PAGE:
|Two Honeys to Charter on ICW|
|Written by Kim Kavin|
|Thursday, 26 February 2009 08:32|
Management company C U Yacht Charters tells me that the owner of Two Honeys, the 74-foot Hatteras motoryacht shown in the photograph above, has decided to offer charters along the Intracoastal Waterway this spring as the boat moves toward New England for the summer season.
It's an unusual opportunity, seeing as how most charter yachts "run up the outside" of the Eastern Seaboard, cruising in the Atlantic Ocean to save time and fuel compared with meandering closer to the coastline, which the Intracoastal Waterway hugs. The ICW, as it's known, is a protected transit route, which means generally calm waters and options for stops at towns and cities instead of multiple days at sea. Some possible destinations on an ICW itinerary might include the historic Civil War city of Savannah, Georgia, or the golfing mecca of Hilton Head, South Carolina.
According to the notice that C U Yacht Charters sent me, Two Honeys is willing to welcome charter guests "anywhere along the Eastern Seaboard." That means that if you're among the first people to book, you stand a very good chance of getting the exact itinerary that you desire.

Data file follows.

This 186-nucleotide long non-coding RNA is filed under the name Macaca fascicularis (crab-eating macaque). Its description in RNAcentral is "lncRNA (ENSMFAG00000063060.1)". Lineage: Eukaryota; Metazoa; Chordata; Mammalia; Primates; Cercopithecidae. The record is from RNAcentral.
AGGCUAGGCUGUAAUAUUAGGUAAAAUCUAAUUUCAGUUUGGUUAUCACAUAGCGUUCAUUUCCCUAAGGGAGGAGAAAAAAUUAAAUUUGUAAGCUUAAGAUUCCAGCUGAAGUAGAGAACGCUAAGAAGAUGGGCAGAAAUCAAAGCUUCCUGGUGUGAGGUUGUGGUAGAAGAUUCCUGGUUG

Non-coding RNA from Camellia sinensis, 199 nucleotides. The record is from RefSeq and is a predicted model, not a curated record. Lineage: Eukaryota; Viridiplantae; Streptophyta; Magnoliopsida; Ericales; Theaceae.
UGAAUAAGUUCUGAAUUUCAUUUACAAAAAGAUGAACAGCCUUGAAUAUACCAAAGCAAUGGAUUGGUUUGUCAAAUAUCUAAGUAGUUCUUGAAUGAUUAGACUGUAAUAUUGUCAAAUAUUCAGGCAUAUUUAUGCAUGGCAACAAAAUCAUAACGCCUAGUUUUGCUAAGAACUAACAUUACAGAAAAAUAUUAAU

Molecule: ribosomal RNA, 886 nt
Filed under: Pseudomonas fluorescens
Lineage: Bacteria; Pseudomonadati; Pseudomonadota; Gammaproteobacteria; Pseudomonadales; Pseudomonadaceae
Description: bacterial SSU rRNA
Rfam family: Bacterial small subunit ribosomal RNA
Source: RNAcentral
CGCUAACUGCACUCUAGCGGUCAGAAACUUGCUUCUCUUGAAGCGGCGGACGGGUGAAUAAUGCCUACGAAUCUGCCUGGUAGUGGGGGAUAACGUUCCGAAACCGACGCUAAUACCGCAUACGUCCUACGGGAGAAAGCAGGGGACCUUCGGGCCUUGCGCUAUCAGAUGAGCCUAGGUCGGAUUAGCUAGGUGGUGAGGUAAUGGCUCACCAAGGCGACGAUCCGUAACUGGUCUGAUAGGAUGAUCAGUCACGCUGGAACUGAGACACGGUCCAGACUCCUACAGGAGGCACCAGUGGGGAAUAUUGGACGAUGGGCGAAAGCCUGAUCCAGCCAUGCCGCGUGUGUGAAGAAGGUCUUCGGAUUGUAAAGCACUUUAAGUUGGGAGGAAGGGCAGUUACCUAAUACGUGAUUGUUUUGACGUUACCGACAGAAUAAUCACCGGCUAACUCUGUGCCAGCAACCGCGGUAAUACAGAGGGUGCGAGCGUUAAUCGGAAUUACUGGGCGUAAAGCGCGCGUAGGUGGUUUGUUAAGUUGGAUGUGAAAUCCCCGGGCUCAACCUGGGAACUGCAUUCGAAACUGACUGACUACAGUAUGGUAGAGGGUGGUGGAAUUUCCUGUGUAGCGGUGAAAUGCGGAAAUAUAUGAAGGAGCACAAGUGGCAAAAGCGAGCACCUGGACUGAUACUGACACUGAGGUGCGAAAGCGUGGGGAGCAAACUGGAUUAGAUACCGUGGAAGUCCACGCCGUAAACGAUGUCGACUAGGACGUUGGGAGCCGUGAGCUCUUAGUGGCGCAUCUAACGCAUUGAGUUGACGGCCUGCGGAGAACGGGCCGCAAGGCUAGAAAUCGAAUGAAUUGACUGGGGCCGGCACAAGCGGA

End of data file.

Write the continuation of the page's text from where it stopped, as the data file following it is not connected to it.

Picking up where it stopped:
The yacht takes six guests in three staterooms, which are configured with a king-size bed, a queen-size bed, and a double-size bed. I haven't been aboard myself, but the layout sounds ideal for three couples who might want to split the weekly base rate of $17,500 (it would work out to a little less than $3,000 per person before expenses such as food and fuel).
Any reputable charter broker can give you more information about Two Honeys and possible itineraries along the Intracoastal Waterway.
Recent blog posts
- Motoryacht SuRI to Charter in the South Pacific, Southeast Asia
- Book a 3-Week Charter, Save 20 Percent
- Motoryacht Tivoli Reduces Charter Repositioning Fees
- Save Nearly 25 Percent on Holiday Yacht Charter
- Fraser Honors Top Charter Yacht Captains
- Yacht Charter with the Whale Sharks in Belize
- Now for Charter with Northrop and Johnson: Motoryacht Brio